Saturday, February 22, 2014

The real agenda of school choice opponents: protecting privilege

Perhaps Steve Nelson should have heeded his feelings of “caution and ambivalence” before submitting his jeremiad against school choice (“Real Agenda of School-Choice Advocates,” Valley News [West Lebanon, N.H.], January 5). It is difficult to imagine a more awkward and inappropriate source of such a lamentation than the head of an expensive private school in Manhattan [The Calhoun School].

Nelson is rightly concerned about quality, but erroneously states, “The one comprehensive study done to date shows that charters on balance do slightly worse than the public schools they replaced.” Assuming that he is referring to the “National Charter School Study” by the Stanford University Center for Research on Education Outcomes (CREDO), the 2013 report actually states that “charter schools now advance the learning gains of their students more than traditional public schools in reading[, and] academic growth of charter students in math [...] is now comparable to the learning gains in traditional public schools.” CREDO also separately studied Louisiana, which Nelson singled out for condemnation: “The charter school sector in Louisiana has a trend of strong results.”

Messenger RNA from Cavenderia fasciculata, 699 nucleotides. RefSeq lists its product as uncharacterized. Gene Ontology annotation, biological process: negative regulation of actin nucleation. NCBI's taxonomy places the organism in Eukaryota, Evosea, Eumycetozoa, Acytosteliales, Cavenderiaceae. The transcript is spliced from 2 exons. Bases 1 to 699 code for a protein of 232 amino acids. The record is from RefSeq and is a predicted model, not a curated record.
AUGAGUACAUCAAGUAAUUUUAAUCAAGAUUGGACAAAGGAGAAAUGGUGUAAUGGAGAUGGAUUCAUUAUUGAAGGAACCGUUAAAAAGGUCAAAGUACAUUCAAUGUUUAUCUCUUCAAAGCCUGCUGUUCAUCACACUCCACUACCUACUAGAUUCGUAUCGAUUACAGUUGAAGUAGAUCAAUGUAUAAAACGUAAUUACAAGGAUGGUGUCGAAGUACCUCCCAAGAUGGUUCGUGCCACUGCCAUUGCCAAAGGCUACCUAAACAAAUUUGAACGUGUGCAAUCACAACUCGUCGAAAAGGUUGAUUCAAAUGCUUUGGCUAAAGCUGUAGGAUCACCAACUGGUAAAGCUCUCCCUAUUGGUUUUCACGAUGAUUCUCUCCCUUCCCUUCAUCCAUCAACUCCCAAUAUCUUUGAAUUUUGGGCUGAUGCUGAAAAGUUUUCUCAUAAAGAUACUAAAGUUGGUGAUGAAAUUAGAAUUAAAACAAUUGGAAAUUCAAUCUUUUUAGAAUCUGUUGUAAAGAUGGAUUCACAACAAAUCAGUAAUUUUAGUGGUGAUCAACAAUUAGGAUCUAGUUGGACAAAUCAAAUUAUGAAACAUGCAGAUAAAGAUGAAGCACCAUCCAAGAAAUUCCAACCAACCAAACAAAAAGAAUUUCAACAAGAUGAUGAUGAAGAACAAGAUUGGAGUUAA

Obviously, not all private or charter schools are commendable, voucher systems are far from ideal, and profiteers exploiting a real need are rightly decried. But students who are failed by their public school don’t have time to wait for improvements. They need those alternatives now. It certainly doesn’t help to accuse their parents of tearing apart “the connective tissue of our nation” for trying to do what’s best for their children.

Since Nelson defended his own alternative school as decidedly not rending “America’s social fabric,” he would have done better to suggest more progressive ways to expand such options for others. As noted by Ginia Bellafante in the same day’s New York Times, Mayor Bill De Blasio’s newly appointed Schools Chancellor, Carmen Fariña, has high praise for a network of charter schools serving the poorest neighborhoods of Brooklyn. And the cover story of the Valley News featured the Ledyard Charter School, which impressively meets the needs of many area students for an alternative to the regular high schools. Not only the schools and students, but society as a whole would clearly benefit from more support for such alternatives.

A progressive approach to education requires choice for all, not just the rich.

human rights, Vermont